• Ask your child about their needs – Being held or squeezed gently may be soothing for some children when they’re feeling overloaded. For others, touch can be overstimulating when they’re already feeling flooded. Be sure to check in by communicating with your child before using touch as a soother.
  • Wait to talk – One of the calming strategies for kids is giving them time to process their emotions. Give your child time to calm down before trying to talk. In the midst of an angry outburst, your child’s emotional mind isn’t communicating with their rational mind.6 At this point, talking may not be effective because they can’t process your words while experiencing these strong feelings. Stick to repeating a simple phrase like:
    • “I hear you”
    • “I’m here”
    • “I get it”
    • “I love you”
  • Validate and listen – Nothing is more frustrating when you’re angry than being told to calm down. Instead, defuse anger by making sure the angry person feels heard. Without trying to solve the problem immediately, let your child know that you hear and care that they are frustrated.

Finding the Root Cause

Anger is often a reaction to an underlying emotion that’s frightening or that makes us feel vulnerable. Some psychologists consider anger to be a secondary emotion—an emotion that covers a primal feeling like fear, sadness, or shame.

So, while an anger management activity can help distract your child if they’re already at the point of an angry outburst, it’s also important to talk about what else is going on. Understanding the root cause and possible triggers of their angry emotions can then help them better manage their feelings.

When your child has calmed down, try to:

  • Talk about how they felt before they got angry—this can help identify and understand the source of their anger
  • Listen attentively to their concerns and validate their feelings
  • Talk about using problem solving skills for kids to fix underlying problems before they get bigger1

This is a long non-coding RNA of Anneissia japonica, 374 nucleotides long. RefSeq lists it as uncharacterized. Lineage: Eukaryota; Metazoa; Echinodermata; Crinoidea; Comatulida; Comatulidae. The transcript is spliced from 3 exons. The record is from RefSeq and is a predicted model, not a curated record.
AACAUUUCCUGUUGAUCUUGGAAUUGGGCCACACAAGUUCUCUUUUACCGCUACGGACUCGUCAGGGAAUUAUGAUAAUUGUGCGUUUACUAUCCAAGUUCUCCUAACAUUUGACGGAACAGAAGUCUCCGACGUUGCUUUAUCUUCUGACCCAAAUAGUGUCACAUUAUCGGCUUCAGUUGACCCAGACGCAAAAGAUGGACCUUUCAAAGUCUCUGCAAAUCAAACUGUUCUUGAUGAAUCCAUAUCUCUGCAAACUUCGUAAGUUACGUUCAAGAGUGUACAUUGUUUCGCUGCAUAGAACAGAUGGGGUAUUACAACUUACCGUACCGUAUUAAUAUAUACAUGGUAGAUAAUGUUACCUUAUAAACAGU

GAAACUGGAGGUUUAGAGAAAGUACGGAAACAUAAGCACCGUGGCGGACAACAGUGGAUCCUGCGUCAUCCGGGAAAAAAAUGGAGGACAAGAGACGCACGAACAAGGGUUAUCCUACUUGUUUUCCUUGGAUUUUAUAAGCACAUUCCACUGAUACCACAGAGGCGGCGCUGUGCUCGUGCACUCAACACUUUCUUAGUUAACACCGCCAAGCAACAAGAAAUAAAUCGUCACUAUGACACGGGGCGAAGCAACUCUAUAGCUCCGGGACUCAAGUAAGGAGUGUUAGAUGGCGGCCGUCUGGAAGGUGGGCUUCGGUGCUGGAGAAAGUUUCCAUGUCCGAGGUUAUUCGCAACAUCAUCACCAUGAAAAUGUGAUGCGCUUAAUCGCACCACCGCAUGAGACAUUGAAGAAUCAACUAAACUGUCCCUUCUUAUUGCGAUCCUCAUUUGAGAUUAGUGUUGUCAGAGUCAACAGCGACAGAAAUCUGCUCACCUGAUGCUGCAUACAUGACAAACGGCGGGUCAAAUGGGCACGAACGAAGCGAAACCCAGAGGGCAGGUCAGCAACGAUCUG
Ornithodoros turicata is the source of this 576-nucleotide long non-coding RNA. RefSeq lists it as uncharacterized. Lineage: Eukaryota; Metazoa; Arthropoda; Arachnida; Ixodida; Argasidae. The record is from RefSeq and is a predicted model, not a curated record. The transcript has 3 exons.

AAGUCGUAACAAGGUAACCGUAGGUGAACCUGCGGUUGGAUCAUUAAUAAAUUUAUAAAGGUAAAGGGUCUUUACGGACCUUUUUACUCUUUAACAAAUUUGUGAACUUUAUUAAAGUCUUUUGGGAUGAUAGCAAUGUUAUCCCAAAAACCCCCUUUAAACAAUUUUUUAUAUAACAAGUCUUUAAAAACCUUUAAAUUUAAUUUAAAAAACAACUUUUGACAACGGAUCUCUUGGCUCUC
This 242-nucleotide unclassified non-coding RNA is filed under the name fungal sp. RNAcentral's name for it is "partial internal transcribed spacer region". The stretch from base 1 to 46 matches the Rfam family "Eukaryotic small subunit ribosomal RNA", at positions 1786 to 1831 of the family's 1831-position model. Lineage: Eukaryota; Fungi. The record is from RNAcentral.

Welcome Every Feeling with Slumberkins

Many of us were raised in families where anger wasn’t a feeling we were supposed to express. If you were taught that way, you may struggle with allowing your child space for appropriate expressions of anger and frustration.

However, with time and practice, both you and your child will find the right place for anger in the spectrum of emotions.

Slumberkins is here to help you navigate tricky feelings like anger, sadness, and fear in healing and positive ways. Our collection of resources for caregivers includes lots of helpful activities like Conflict Resolution and Emotional Wellbeing stories, coloring sheets, affirmations, and more.


Sources:

  1. Child Mind Institute. How to help children calm down. https://childmind.org/article/how-to-help-children-calm-down/
  2. Journal Of Early And Intensive Behavior Intervention. Anger management interventions. https://files.eric.ed.gov/fulltext/EJ848672.pdf
  3. Occupational Therapy International. The immediate effects of deep pressure on young people with autism and severe intellectual difficulties: Demonstrating individual differences. https://www.ncbi.nlm.nih.gov/pmc/articles/PMC5612681/
  4. Journal of Adolescent Health. Breathing awareness meditation and LifeSkills Training programs influence upon ambulatory blood pressure and sodium excretion among African American adolescents. https://pubmed.ncbi.nlm.nih.gov/21185525/
  5. Personality and Social Psychology Bulletin. Does venting anger feed or extinguish the flame? Catharsis, rumination, distraction, anger, and aggressive responding. https://journals.sagepub.com/doi/10.1177/0146167202289002
  6. Personality and Social Psychology Bulletin. Does venting anger feed or extinguish the flame? Catharsis, rumination, distraction, anger, and aggressive responding. https://journals.sagepub.com/doi/10.1177/0146167202289002
  7. Child Mind Institute. Angry kids: Dealing with explosive behavior. https://childmind.org/article/angry-kids-dealing-with-explosive-behavior/

1 comment

  • Lynn Geddie

    Thank you for these fabulous ideas! I am in Louisiana visiting 2 young grands and knew my kids best friends were coming with their 3. I brought a suitcase with Slumberkins to introduce them to the world of feelings. Then this pops up. I will certainly use this on my large crew at home!❤️